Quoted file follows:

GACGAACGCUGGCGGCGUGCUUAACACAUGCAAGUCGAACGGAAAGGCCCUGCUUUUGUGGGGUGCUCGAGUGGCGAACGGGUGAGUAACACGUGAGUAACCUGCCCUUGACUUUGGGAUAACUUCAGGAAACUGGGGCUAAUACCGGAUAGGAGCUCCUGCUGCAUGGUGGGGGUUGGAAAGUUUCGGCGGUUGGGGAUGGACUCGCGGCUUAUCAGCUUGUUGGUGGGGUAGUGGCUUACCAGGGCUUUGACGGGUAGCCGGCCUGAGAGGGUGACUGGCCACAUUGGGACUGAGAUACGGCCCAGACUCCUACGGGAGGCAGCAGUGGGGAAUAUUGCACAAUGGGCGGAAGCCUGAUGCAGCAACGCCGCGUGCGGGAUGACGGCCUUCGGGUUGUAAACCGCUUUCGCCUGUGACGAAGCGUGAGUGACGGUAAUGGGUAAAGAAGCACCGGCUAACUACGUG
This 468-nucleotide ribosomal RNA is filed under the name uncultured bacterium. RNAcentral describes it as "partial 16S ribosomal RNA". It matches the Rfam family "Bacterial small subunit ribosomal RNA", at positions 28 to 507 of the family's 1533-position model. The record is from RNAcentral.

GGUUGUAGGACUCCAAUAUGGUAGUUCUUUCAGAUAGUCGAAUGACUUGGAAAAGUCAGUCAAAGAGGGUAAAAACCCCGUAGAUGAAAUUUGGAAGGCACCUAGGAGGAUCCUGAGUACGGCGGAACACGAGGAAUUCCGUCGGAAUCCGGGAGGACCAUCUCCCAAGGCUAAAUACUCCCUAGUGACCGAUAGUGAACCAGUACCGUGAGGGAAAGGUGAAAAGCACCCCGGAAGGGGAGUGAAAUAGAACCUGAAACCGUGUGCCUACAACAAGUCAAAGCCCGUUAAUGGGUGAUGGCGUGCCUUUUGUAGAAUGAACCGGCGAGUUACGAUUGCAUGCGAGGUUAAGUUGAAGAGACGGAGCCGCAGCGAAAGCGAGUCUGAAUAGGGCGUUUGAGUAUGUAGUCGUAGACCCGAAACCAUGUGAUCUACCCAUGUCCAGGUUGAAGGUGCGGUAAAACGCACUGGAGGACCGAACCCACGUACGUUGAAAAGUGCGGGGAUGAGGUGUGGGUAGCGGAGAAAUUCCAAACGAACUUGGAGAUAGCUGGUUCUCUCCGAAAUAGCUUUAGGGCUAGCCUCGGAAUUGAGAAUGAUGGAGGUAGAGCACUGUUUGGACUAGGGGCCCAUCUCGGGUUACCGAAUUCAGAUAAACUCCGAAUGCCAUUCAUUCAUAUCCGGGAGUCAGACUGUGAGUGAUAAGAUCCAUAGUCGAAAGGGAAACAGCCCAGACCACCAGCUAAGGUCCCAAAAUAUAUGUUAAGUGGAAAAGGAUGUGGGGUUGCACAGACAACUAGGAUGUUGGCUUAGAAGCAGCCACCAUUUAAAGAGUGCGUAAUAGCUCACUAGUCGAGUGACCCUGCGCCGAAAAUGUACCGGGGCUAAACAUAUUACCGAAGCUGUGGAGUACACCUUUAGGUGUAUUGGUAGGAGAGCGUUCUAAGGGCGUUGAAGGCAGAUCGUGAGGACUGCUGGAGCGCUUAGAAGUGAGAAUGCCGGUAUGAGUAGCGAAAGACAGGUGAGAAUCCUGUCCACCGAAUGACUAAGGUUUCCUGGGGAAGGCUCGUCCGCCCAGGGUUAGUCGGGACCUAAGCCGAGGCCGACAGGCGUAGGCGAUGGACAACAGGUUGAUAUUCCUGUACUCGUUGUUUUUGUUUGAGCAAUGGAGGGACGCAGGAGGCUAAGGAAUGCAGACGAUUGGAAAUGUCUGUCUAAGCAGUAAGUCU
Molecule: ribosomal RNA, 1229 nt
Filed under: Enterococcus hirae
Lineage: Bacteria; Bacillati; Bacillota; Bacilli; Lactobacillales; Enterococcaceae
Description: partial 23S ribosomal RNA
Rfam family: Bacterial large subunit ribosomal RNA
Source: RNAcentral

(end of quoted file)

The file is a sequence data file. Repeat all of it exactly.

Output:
GACGAACGCUGGCGGCGUGCUUAACACAUGCAAGUCGAACGGAAAGGCCCUGCUUUUGUGGGGUGCUCGAGUGGCGAACGGGUGAGUAACACGUGAGUAACCUGCCCUUGACUUUGGGAUAACUUCAGGAAACUGGGGCUAAUACCGGAUAGGAGCUCCUGCUGCAUGGUGGGGGUUGGAAAGUUUCGGCGGUUGGGGAUGGACUCGCGGCUUAUCAGCUUGUUGGUGGGGUAGUGGCUUACCAGGGCUUUGACGGGUAGCCGGCCUGAGAGGGUGACUGGCCACAUUGGGACUGAGAUACGGCCCAGACUCCUACGGGAGGCAGCAGUGGGGAAUAUUGCACAAUGGGCGGAAGCCUGAUGCAGCAACGCCGCGUGCGGGAUGACGGCCUUCGGGUUGUAAACCGCUUUCGCCUGUGACGAAGCGUGAGUGACGGUAAUGGGUAAAGAAGCACCGGCUAACUACGUG
This 468-nucleotide ribosomal RNA is filed under the name uncultured bacterium. RNAcentral describes it as "partial 16S ribosomal RNA". It matches the Rfam family "Bacterial small subunit ribosomal RNA", at positions 28 to 507 of the family's 1533-position model. The record is from RNAcentral.

GGUUGUAGGACUCCAAUAUGGUAGUUCUUUCAGAUAGUCGAAUGACUUGGAAAAGUCAGUCAAAGAGGGUAAAAACCCCGUAGAUGAAAUUUGGAAGGCACCUAGGAGGAUCCUGAGUACGGCGGAACACGAGGAAUUCCGUCGGAAUCCGGGAGGACCAUCUCCCAAGGCUAAAUACUCCCUAGUGACCGAUAGUGAACCAGUACCGUGAGGGAAAGGUGAAAAGCACCCCGGAAGGGGAGUGAAAUAGAACCUGAAACCGUGUGCCUACAACAAGUCAAAGCCCGUUAAUGGGUGAUGGCGUGCCUUUUGUAGAAUGAACCGGCGAGUUACGAUUGCAUGCGAGGUUAAGUUGAAGAGACGGAGCCGCAGCGAAAGCGAGUCUGAAUAGGGCGUUUGAGUAUGUAGUCGUAGACCCGAAACCAUGUGAUCUACCCAUGUCCAGGUUGAAGGUGCGGUAAAACGCACUGGAGGACCGAACCCACGUACGUUGAAAAGUGCGGGGAUGAGGUGUGGGUAGCGGAGAAAUUCCAAACGAACUUGGAGAUAGCUGGUUCUCUCCGAAAUAGCUUUAGGGCUAGCCUCGGAAUUGAGAAUGAUGGAGGUAGAGCACUGUUUGGACUAGGGGCCCAUCUCGGGUUACCGAAUUCAGAUAAACUCCGAAUGCCAUUCAUUCAUAUCCGGGAGUCAGACUGUGAGUGAUAAGAUCCAUAGUCGAAAGGGAAACAGCCCAGACCACCAGCUAAGGUCCCAAAAUAUAUGUUAAGUGGAAAAGGAUGUGGGGUUGCACAGACAACUAGGAUGUUGGCUUAGAAGCAGCCACCAUUUAAAGAGUGCGUAAUAGCUCACUAGUCGAGUGACCCUGCGCCGAAAAUGUACCGGGGCUAAACAUAUUACCGAAGCUGUGGAGUACACCUUUAGGUGUAUUGGUAGGAGAGCGUUCUAAGGGCGUUGAAGGCAGAUCGUGAGGACUGCUGGAGCGCUUAGAAGUGAGAAUGCCGGUAUGAGUAGCGAAAGACAGGUGAGAAUCCUGUCCACCGAAUGACUAAGGUUUCCUGGGGAAGGCUCGUCCGCCCAGGGUUAGUCGGGACCUAAGCCGAGGCCGACAGGCGUAGGCGAUGGACAACAGGUUGAUAUUCCUGUACUCGUUGUUUUUGUUUGAGCAAUGGAGGGACGCAGGAGGCUAAGGAAUGCAGACGAUUGGAAAUGUCUGUCUAAGCAGUAAGUCU
Molecule: ribosomal RNA, 1229 nt
Filed under: Enterococcus hirae
Lineage: Bacteria; Bacillati; Bacillota; Bacilli; Lactobacillales; Enterococcaceae
Description: partial 23S ribosomal RNA
Rfam family: Bacterial large subunit ribosomal RNA
Source: RNAcentral